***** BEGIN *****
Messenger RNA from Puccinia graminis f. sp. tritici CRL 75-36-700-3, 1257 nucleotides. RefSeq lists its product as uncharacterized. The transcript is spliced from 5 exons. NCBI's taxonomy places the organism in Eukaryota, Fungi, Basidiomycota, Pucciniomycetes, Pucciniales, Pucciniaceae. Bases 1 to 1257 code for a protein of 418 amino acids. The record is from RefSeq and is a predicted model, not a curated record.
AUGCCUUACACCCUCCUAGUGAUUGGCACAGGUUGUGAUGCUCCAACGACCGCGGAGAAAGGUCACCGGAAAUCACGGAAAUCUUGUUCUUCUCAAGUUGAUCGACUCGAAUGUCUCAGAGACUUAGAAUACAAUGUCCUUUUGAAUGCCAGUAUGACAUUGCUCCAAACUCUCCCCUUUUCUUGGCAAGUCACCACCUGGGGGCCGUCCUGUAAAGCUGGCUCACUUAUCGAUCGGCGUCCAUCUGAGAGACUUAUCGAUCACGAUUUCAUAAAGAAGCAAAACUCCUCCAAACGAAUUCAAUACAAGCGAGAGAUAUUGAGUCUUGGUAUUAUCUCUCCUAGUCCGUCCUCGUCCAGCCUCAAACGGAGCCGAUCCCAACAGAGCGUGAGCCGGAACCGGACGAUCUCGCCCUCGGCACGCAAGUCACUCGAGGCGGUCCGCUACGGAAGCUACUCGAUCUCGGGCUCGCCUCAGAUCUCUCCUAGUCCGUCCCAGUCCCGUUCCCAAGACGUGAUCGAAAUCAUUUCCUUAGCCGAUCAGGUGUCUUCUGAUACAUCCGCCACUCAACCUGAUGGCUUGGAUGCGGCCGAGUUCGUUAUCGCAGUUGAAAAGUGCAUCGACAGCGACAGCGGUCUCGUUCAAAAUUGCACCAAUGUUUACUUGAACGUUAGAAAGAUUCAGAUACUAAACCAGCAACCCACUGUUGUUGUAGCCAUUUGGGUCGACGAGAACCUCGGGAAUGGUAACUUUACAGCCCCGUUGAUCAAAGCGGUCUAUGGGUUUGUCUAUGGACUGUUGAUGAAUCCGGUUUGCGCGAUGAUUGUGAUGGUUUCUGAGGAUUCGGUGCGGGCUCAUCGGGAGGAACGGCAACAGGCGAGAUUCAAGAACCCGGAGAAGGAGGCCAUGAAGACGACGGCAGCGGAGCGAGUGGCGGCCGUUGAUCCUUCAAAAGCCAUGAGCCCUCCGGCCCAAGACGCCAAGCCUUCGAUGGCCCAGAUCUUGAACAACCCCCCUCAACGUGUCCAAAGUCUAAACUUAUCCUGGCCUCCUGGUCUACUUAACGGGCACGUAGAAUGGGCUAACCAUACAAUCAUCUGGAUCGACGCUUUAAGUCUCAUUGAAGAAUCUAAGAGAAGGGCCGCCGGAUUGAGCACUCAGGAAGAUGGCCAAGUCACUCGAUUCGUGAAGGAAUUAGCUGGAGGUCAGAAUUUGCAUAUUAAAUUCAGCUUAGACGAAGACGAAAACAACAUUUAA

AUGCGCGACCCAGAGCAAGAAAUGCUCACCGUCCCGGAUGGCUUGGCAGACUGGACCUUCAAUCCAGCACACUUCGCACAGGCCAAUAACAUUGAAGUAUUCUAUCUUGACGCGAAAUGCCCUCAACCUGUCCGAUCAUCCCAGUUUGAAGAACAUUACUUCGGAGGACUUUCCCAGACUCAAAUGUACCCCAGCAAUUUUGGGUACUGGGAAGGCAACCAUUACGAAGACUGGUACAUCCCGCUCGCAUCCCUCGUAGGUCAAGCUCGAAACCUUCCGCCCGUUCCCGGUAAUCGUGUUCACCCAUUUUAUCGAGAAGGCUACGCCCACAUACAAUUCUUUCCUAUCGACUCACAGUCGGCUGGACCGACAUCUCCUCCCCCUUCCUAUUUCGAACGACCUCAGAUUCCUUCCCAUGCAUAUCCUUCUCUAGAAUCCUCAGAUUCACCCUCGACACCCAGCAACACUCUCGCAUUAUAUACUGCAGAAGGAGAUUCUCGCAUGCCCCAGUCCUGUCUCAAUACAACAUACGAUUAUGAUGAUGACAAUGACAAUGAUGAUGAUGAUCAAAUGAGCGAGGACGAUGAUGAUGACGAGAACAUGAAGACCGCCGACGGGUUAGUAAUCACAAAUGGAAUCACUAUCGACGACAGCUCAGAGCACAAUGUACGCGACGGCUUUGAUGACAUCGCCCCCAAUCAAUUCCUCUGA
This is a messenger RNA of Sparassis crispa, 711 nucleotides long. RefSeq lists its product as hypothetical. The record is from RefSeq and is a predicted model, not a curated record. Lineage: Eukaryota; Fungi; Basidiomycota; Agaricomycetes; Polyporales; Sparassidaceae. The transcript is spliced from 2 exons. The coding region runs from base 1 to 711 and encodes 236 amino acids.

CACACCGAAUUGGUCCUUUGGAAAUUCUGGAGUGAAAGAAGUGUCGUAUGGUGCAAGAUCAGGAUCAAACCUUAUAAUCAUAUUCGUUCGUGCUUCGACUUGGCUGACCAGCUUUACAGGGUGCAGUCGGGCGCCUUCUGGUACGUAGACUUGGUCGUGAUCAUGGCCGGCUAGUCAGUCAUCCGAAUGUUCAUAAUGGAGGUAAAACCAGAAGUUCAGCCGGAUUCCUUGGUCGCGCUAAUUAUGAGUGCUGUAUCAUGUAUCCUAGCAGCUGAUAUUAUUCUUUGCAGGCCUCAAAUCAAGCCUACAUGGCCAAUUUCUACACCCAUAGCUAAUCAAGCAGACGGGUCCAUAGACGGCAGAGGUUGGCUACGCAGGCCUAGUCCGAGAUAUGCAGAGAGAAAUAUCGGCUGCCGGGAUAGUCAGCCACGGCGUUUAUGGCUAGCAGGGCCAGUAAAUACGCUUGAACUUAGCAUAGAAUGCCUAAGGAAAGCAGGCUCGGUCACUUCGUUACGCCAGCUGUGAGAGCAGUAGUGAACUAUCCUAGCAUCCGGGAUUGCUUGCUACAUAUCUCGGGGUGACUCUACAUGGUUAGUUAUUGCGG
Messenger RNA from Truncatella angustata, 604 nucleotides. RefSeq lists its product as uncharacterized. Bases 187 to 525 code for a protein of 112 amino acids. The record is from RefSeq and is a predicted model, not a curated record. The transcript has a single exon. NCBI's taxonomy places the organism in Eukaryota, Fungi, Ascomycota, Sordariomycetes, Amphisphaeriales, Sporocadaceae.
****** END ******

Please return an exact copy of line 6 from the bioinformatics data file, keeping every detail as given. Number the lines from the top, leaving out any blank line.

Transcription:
Messenger RNA from Truncatella angustata, 604 nucleotides. RefSeq lists its product as uncharacterized. Bases 187 to 525 code for a protein of 112 amino acids. The record is from RefSeq and is a predicted model, not a curated record. The transcript has a single exon. NCBI's taxonomy places the organism in Eukaryota, Fungi, Ascomycota, Sordariomycetes, Amphisphaeriales, Sporocadaceae.